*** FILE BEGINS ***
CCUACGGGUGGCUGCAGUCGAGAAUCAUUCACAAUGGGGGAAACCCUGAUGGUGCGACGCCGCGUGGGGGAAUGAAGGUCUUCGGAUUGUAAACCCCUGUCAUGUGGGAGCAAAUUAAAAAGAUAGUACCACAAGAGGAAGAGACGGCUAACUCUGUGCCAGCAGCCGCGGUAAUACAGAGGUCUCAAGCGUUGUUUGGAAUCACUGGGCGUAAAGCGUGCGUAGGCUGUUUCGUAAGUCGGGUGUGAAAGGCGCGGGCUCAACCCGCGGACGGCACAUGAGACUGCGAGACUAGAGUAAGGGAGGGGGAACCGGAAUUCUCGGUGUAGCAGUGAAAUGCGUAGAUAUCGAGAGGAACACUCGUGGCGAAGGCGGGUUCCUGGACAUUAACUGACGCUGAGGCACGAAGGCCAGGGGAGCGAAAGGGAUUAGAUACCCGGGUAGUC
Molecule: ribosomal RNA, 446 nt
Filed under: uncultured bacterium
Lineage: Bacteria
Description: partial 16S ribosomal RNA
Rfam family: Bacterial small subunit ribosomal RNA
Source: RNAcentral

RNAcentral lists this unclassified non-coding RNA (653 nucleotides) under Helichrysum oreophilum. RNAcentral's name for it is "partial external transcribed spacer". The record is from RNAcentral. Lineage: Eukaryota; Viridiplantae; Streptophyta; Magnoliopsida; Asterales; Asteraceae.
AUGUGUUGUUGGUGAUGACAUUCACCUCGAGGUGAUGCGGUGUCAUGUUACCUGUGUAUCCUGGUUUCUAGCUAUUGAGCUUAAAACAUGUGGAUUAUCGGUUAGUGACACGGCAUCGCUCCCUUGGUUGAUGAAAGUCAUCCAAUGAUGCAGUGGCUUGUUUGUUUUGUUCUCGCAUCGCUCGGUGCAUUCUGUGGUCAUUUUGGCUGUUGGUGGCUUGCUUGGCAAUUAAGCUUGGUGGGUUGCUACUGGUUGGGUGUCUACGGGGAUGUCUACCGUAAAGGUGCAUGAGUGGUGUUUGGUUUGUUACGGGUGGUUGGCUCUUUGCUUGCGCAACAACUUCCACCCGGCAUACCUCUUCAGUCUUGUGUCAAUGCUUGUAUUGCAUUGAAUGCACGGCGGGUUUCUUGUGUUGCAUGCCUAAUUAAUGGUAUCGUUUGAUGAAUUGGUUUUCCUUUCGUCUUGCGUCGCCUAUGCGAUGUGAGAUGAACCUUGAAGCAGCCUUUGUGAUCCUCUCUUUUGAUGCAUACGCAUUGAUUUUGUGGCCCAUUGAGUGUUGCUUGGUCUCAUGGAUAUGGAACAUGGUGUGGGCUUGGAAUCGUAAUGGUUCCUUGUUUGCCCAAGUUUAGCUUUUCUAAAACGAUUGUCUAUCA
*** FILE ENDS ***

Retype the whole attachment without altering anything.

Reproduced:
CCUACGGGUGGCUGCAGUCGAGAAUCAUUCACAAUGGGGGAAACCCUGAUGGUGCGACGCCGCGUGGGGGAAUGAAGGUCUUCGGAUUGUAAACCCCUGUCAUGUGGGAGCAAAUUAAAAAGAUAGUACCACAAGAGGAAGAGACGGCUAACUCUGUGCCAGCAGCCGCGGUAAUACAGAGGUCUCAAGCGUUGUUUGGAAUCACUGGGCGUAAAGCGUGCGUAGGCUGUUUCGUAAGUCGGGUGUGAAAGGCGCGGGCUCAACCCGCGGACGGCACAUGAGACUGCGAGACUAGAGUAAGGGAGGGGGAACCGGAAUUCUCGGUGUAGCAGUGAAAUGCGUAGAUAUCGAGAGGAACACUCGUGGCGAAGGCGGGUUCCUGGACAUUAACUGACGCUGAGGCACGAAGGCCAGGGGAGCGAAAGGGAUUAGAUACCCGGGUAGUC
Molecule: ribosomal RNA, 446 nt
Filed under: uncultured bacterium
Lineage: Bacteria
Description: partial 16S ribosomal RNA
Rfam family: Bacterial small subunit ribosomal RNA
Source: RNAcentral

RNAcentral lists this unclassified non-coding RNA (653 nucleotides) under Helichrysum oreophilum. RNAcentral's name for it is "partial external transcribed spacer". The record is from RNAcentral. Lineage: Eukaryota; Viridiplantae; Streptophyta; Magnoliopsida; Asterales; Asteraceae.
AUGUGUUGUUGGUGAUGACAUUCACCUCGAGGUGAUGCGGUGUCAUGUUACCUGUGUAUCCUGGUUUCUAGCUAUUGAGCUUAAAACAUGUGGAUUAUCGGUUAGUGACACGGCAUCGCUCCCUUGGUUGAUGAAAGUCAUCCAAUGAUGCAGUGGCUUGUUUGUUUUGUUCUCGCAUCGCUCGGUGCAUUCUGUGGUCAUUUUGGCUGUUGGUGGCUUGCUUGGCAAUUAAGCUUGGUGGGUUGCUACUGGUUGGGUGUCUACGGGGAUGUCUACCGUAAAGGUGCAUGAGUGGUGUUUGGUUUGUUACGGGUGGUUGGCUCUUUGCUUGCGCAACAACUUCCACCCGGCAUACCUCUUCAGUCUUGUGUCAAUGCUUGUAUUGCAUUGAAUGCACGGCGGGUUUCUUGUGUUGCAUGCCUAAUUAAUGGUAUCGUUUGAUGAAUUGGUUUUCCUUUCGUCUUGCGUCGCCUAUGCGAUGUGAGAUGAACCUUGAAGCAGCCUUUGUGAUCCUCUCUUUUGAUGCAUACGCAUUGAUUUUGUGGCCCAUUGAGUGUUGCUUGGUCUCAUGGAUAUGGAACAUGGUGUGGGCUUGGAAUCGUAAUGGUUCCUUGUUUGCCCAAGUUUAGCUUUUCUAAAACGAUUGUCUAUCA